I wanted to try to compare on a per person basis. I decided just to look at the Top Ten from Sen. Sanders's chart, because trying to figure out how many companies there are doing business in America and how much each one does/doesn't pay in taxes is too hard. I found some Census data from 2000, but couldn't think of a quick or trustworthy way to compare it to what I know from 2009. (You're free to try!)
It's important to note that even among this Top Ten list, there are companies that are paying taxes, just like you and me. There are thousands of companies doing business here, and if they're all *better* than these, I have to feel a twinge of guilt for perpetuating the "freeloaders" meme; it's probably no more accurate to assume ALL U.S. companies are as bad as this any more than it is to assume that everyone taking welfare is a freeloader who "doesn't want to work." So don't read too much into these comparisons - just recognize that we don't just pay welfare to the unemployed.
Regardless, here's what I learned from looking at the numbers I got from that Top Ten Freeloaders chart and Wikipedia (for number of employees).
Not counting the bailouts some companies received, the IRS paid a total of $6.76B to the Top Ten companies - who employed a combined 1,264,113 people in 2010. That works out to an average of $5347.62 per employee. That's a little more than what the 4 million TANF welfare recipients got. ($4,275 per person)
Here's a breakdown of each of the "Top Ten Corporate Freeloaders" - how much we taxpayers paid them per person in 2010:
Exxon - received $156M refund; Employees: 83,600 = $1866 per employee
Bank of America - received $1.9B refund; Employees: 288,000 = $6597 per employee
(remember, we're NOT counting their $1T bailout)
General Electric - received $4.1B; Employees: 287,000 = $14285 per employee
Chevron - received $19M; Employees: 62,000 = $306 per employee
Boeing - $124M refund; Employees: 160,500 = $772 per employee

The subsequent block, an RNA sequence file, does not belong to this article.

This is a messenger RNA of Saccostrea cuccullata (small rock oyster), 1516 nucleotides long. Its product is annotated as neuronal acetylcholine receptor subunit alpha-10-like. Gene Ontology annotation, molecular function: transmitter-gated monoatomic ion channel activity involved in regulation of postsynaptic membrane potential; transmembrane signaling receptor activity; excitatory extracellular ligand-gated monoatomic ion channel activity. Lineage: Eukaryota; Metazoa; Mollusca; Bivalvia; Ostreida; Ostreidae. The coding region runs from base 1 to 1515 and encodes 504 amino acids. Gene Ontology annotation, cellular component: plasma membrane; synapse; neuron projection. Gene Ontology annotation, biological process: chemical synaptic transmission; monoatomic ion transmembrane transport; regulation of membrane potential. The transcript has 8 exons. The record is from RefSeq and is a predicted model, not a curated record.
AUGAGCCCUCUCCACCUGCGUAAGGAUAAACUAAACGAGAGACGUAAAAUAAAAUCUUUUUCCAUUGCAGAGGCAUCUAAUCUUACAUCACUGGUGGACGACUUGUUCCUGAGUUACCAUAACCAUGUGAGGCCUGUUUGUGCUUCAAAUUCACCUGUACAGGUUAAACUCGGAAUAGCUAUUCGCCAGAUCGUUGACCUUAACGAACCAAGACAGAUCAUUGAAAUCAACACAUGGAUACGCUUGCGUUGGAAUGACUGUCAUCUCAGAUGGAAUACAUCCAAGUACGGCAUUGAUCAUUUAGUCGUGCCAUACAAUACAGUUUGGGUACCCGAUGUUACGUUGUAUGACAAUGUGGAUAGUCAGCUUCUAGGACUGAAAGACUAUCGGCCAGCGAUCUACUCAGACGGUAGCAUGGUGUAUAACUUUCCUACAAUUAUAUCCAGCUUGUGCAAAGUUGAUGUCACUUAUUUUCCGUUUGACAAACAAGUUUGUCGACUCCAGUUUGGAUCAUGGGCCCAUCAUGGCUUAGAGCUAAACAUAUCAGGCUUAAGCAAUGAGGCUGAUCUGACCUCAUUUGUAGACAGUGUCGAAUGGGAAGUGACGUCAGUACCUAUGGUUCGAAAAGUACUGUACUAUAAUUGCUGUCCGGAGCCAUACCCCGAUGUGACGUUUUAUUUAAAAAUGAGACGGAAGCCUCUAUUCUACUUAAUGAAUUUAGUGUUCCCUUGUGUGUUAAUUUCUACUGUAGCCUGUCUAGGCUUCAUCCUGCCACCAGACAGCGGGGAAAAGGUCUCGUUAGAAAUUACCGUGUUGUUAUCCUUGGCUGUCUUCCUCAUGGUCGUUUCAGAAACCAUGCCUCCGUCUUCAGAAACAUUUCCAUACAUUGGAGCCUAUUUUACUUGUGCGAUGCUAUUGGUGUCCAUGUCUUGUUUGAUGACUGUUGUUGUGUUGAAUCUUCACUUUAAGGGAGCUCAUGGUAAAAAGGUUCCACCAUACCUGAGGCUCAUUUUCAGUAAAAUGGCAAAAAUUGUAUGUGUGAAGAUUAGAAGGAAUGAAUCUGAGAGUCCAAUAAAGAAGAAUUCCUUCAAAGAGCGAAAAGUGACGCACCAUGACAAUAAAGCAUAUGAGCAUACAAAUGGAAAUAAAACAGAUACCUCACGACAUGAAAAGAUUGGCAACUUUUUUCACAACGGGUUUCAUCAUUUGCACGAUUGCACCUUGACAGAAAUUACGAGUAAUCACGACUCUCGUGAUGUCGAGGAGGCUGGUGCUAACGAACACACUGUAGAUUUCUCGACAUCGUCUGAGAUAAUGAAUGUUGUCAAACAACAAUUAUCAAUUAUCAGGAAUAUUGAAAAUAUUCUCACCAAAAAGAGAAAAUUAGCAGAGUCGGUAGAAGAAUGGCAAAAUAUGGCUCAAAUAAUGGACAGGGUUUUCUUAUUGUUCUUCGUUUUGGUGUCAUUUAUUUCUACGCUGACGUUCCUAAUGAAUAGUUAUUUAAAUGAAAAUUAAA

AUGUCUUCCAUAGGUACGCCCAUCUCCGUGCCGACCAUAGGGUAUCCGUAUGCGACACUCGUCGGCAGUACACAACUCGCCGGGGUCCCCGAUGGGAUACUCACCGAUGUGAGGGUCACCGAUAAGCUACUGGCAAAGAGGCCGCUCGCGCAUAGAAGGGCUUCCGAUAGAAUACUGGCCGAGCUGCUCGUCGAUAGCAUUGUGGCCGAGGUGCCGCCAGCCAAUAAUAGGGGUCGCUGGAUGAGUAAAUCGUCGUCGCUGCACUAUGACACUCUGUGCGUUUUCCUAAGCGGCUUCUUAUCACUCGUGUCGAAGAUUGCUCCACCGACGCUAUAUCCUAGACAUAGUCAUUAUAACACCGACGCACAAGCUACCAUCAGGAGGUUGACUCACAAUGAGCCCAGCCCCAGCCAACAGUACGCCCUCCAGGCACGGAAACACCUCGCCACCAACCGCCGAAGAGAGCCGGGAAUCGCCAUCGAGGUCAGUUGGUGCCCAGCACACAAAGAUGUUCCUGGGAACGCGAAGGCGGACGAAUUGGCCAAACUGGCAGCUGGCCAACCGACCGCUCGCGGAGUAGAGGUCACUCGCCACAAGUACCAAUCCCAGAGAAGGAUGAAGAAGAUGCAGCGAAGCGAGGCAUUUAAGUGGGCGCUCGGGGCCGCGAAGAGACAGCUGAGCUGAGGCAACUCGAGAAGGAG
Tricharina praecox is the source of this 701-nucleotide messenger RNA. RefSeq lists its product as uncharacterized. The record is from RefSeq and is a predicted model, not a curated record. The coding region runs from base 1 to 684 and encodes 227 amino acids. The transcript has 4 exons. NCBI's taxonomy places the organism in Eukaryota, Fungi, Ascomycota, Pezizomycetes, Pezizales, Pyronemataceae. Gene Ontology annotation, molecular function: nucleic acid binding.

Valero Energy - $157M refund; Employees: 20,313 = $7729 per employee
Goldman Sachs - paid ~$25.3M (1.1% of reported profit); Employees: 35,700 = PAID $708 per employee
(again, we're not counting the fact that they recieved an $800B bailout)
Citigroup - paid $0; Employees: 260,000 = $0 per employee
(received $2.5 Trillion bailout)
ConocoPhillips - received $451M in tax breaks; Employees: 29,700 = $15185 per employee
Carnival Cruise Lines - paid $121M (1.1% of reported profit); Employees: 37300 (3,800 - Shoreside, 33,500 - Shipboard) = PAID $3244 per employee
All things considered, I would rather see people paid to work than see them paid NOT to work; but that is hardly fair to say when people actually can't find jobs. I would rather see companies keep their jobs here than send them overseas - but it's hardly fair to claim to support a free market and then cut off competition. And it's hardly fair to talk about cutting off welfare for the unemployed when we could easily recoup these comparable amounts from the give-aways being paid to these companies - many of which were so poorly managed that we ALSO had to pay trillions in bailouts to keep them off the TANF, SNAP, and UI books.
I just wonder, is it useful to compare all of the "freeloaders" this way? Is it accurate to describe them this way? I don't know, really; I just know that everyone has a prejudice - and everyone feels like someone else is getting more of a break than they are.